For 1 year
1 euro per month
For 6 months
1 euro per month
For 6 months
Sign up for a subscription by paying with Google
Read the entire article and website ilmessaggero.it
One year for €9.99
1 euro per month for 6 months
Automatic renewal. Deactivate whenever you want.
- Unlimited access to articles on the website and app
- Good morning bulletin at 7.30am
- Ore18 Newsletter for today's updates
- Podcasts are our signatures
- Insights and live updates
a Airline It announced that it will start weighing passengers with hand luggage. the reason? It is best to estimate the weight of the aircraft before take-off. This controversial move comes from the Finnish company Veneer, which told the media that it had begun “measuring” passengers departing Helsinki on Monday. “So far more than 500 volunteer clients have participated,” spokeswoman Kaisa Tikkanen said.
A passenger tries to enter the cockpit and makes an emergency landing in Greece on a flight to Tel Aviv
Finnair, which serves the UK with low-cost flights to and from Finland, said in a statement that airlines calculate the weight of the plane, its interior and the passengers on board to balance the flight and ensure safe transit. Airlines can use the average weights provided by aviation authorities – which is assumed to be 88kg – or collect their own data.
Finnair assured potential travelers that the data collected was not linked “in any way” to customers' personal data in their statement. “Only the customer service representative working at the measuring point can see the total weight, so you can participate in the study with peace of mind,” said Sato Monoka, head of ground operations at Finnair.
People said the news meant they “won't be flying on Finnair anytime soon”, while others welcomed the plan as “a way to solve the obesity crisis”. One user criticized the airline, saying he would not fly with Finnair because he “wouldn't be ashamed of a fucking airline”, adding that he would never weigh in with his choice. Another angry user said: “Will Finnair start weighing its passengers?” Did you read correctly? I was completely shocked! And disgust.
The company said that this step aims to reduce fuel waste and help estimate the weight of the aircraft more accurately. A month earlier, an EasyJet flight from Lanzarote to Liverpool asked 19 passengers to get off the plane because it was deemed “too heavy to take off”. A spokesperson for the company confirmed the incident in a statement, writing: “easyJet can confirm that 19 passengers on flight EZY3364 from Lanzarote to Liverpool volunteered to fly on a later flight because the aircraft exceeded weight limits due to weather conditions.” “This is a routine operational decision in these circumstances, and weight restrictions have been imposed on all airlines for safety reasons.” The spokesperson said that if the plane proves too heavy to take off, passengers are asked to volunteer to transfer to a later flight for free and volunteers are given compensation in line with regulations. Airlines offer similar compensation when they oversell tickets for a flight and ask some passengers to volunteer to reschedule the flight. Passengers on the Lanzarote-Liverpool flight were offered “up to €500 per passenger,” a crew member said, quoted by EasyJet.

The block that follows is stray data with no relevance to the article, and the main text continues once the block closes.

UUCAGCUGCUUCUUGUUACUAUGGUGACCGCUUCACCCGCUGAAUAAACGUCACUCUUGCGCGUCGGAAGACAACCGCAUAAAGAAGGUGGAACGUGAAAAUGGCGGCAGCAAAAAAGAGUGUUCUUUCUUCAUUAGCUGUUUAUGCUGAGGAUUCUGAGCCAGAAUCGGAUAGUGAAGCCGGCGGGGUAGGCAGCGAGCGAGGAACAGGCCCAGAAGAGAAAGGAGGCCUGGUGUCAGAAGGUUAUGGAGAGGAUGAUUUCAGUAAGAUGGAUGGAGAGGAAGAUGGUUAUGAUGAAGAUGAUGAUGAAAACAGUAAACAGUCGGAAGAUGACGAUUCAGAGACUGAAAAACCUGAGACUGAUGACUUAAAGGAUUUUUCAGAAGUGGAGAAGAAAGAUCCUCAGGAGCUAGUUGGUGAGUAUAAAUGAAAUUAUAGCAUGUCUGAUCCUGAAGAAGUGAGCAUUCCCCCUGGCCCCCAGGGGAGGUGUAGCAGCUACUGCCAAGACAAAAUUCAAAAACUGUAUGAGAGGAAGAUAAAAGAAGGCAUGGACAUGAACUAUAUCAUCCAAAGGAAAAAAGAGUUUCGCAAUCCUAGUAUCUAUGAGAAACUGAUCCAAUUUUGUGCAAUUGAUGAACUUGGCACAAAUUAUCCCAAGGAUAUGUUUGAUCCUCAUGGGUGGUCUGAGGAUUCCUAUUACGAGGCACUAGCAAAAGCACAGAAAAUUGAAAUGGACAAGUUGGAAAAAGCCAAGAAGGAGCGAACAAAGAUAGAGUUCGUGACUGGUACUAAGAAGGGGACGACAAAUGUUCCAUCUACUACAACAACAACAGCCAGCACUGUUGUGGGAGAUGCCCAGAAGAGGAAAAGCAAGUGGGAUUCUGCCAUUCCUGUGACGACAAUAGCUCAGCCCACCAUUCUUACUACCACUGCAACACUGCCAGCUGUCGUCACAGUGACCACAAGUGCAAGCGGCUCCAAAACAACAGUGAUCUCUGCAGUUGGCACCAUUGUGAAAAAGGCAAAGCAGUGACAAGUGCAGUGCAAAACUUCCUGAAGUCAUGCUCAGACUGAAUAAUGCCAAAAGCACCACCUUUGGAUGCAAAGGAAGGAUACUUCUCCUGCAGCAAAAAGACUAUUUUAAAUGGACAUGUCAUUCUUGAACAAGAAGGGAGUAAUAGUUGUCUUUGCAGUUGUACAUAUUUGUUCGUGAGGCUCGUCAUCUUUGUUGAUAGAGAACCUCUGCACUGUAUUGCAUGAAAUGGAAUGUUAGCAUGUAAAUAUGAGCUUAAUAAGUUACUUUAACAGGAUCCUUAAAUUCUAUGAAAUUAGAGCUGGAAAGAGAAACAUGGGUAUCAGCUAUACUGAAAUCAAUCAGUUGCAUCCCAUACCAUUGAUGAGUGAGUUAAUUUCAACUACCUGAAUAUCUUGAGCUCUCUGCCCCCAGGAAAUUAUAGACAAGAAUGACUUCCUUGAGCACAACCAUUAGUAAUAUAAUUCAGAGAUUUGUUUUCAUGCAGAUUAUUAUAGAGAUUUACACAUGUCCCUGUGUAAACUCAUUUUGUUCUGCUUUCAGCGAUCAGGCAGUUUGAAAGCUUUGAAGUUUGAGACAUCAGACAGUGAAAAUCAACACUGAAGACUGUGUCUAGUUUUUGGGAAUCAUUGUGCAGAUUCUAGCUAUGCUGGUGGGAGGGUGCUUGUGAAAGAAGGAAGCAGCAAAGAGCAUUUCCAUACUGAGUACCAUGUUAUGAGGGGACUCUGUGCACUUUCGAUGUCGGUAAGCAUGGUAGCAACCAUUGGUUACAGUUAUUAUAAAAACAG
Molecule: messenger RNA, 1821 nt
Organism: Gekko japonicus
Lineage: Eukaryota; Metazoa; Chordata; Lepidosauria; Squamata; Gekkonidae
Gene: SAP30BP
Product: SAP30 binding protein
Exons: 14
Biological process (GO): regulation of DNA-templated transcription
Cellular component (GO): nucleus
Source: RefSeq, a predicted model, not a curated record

According to research by Holiday Extras, in 2010, 58% of Britons said they wanted overweight passengers to pay more for air travel. About 45% believe it would not make any difference to them if the airline started charging extra fees based on weight, with 6% even saying the measures would encourage them to travel more frequently. In 2017, another survey conducted by jetcost.co.uk revealed that nearly 90% of Britons believe that overweight passengers should pay more to travel by air. Nearly 80% also said they thought “plus size areas” should be included on flights.
© All rights reserved
Read the full article on
“Reader. Travel maven. Student. Passionate tv junkie. Internet ninja. Twitter advocate. Web nerd. Bacon buff.”